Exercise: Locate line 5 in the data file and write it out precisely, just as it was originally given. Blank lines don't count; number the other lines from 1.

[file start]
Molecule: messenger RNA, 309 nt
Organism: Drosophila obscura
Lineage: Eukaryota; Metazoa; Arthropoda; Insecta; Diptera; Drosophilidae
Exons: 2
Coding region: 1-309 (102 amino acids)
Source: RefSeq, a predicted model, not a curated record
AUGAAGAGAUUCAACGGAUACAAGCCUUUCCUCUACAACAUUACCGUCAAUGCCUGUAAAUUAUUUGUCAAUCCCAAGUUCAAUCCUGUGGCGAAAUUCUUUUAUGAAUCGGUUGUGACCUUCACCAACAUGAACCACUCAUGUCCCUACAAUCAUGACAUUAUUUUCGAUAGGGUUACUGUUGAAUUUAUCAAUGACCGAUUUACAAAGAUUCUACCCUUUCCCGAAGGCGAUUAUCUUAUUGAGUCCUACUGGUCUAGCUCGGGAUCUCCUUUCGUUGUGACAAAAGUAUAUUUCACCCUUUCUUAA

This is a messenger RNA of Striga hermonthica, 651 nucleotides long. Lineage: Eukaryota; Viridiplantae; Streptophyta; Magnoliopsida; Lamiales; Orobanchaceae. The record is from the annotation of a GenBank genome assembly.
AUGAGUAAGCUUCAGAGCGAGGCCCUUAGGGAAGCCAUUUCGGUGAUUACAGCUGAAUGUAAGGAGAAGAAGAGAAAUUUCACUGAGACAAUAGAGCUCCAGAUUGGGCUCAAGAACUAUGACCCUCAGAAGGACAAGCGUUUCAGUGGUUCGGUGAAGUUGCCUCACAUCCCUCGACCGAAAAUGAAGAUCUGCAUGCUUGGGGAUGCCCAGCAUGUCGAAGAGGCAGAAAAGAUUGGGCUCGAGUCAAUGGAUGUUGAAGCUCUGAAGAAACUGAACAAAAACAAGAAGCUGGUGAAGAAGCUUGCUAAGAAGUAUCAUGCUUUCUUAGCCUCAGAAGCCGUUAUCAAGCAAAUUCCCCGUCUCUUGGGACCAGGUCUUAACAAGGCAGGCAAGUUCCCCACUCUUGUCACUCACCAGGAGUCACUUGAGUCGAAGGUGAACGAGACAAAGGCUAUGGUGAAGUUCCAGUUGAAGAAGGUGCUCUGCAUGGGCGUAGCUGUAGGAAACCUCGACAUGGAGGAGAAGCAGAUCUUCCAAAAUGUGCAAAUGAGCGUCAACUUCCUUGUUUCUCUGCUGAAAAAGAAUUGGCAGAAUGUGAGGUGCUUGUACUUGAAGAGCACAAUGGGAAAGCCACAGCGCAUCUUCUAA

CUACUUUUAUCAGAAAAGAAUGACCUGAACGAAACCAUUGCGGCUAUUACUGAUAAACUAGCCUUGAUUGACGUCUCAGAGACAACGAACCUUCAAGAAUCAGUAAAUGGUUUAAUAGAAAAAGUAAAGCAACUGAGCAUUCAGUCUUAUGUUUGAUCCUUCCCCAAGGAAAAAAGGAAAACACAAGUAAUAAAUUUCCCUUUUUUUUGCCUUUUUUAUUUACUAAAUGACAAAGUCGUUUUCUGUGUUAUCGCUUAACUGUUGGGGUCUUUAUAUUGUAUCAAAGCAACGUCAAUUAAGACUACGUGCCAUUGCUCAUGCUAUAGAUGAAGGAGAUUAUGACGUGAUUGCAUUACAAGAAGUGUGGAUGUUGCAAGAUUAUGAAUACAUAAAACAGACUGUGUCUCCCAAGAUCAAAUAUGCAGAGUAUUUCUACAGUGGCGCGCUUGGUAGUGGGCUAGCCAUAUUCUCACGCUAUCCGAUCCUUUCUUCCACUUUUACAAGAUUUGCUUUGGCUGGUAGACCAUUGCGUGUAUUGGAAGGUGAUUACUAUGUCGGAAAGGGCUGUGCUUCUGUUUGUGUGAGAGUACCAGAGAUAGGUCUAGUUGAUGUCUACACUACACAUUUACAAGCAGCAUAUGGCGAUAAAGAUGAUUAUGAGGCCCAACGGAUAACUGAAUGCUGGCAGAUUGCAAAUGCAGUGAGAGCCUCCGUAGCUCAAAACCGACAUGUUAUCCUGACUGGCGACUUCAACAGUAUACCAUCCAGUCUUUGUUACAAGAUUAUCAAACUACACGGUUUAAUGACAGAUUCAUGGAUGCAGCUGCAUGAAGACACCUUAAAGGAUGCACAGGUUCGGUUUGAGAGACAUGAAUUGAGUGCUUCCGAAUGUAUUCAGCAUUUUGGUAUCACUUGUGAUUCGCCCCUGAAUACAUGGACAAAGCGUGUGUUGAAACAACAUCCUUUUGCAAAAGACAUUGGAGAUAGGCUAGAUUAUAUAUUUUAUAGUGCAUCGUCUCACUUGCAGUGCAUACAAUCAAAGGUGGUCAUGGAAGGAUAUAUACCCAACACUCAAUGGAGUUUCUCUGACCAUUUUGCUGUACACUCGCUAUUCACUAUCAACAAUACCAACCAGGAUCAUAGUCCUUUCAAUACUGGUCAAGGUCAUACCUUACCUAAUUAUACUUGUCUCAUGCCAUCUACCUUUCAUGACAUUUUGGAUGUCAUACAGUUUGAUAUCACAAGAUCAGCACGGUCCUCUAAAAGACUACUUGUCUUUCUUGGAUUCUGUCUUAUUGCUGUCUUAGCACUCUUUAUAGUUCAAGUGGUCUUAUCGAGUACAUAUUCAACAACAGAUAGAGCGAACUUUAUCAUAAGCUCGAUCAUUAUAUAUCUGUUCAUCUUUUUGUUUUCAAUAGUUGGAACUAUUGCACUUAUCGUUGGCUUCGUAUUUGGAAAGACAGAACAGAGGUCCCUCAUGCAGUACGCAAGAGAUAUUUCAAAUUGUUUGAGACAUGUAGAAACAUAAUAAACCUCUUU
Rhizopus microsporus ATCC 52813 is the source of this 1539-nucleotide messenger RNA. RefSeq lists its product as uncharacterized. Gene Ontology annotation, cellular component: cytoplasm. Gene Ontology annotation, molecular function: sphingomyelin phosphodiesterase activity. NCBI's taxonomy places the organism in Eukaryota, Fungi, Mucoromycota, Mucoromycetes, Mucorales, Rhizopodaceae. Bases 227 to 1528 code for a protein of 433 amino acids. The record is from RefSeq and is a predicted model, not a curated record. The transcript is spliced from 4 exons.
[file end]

Coding region: 1-309 (102 amino acids)